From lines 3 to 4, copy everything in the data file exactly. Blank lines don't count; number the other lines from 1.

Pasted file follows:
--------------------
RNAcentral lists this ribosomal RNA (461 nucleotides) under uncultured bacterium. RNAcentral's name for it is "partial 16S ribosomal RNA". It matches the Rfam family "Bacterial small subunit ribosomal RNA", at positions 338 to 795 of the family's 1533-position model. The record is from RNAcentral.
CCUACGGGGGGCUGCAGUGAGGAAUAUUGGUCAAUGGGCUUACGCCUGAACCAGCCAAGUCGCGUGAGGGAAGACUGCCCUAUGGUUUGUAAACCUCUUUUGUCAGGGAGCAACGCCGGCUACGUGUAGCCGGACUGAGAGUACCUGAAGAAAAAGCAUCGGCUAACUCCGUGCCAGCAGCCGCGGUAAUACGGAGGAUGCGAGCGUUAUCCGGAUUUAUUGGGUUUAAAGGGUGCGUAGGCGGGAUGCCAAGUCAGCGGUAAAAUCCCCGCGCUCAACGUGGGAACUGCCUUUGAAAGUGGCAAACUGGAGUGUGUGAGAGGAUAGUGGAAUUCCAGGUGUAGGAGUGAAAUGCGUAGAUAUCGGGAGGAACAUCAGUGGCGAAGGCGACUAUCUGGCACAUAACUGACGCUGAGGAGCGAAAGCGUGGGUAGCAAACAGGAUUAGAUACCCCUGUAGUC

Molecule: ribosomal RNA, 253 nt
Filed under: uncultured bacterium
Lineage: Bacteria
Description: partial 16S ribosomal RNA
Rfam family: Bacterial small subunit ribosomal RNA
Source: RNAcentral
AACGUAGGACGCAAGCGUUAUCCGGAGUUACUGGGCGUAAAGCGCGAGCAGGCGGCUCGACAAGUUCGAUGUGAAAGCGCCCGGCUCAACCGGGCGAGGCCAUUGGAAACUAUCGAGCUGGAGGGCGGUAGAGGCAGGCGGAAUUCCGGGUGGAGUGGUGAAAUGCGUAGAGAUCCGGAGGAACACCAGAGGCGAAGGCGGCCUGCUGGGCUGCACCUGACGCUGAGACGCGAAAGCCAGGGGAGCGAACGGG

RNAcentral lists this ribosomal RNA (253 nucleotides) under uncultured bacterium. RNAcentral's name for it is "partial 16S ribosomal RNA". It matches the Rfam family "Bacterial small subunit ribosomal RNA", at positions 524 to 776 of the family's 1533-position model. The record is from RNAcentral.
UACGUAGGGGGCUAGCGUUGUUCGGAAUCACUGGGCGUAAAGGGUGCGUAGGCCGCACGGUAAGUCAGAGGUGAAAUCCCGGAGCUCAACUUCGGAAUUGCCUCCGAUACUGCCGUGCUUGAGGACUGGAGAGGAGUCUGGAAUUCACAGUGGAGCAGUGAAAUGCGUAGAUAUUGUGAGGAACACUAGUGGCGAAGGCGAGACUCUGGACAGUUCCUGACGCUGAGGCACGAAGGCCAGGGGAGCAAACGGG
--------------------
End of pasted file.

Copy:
Molecule: ribosomal RNA, 253 nt
Filed under: uncultured bacterium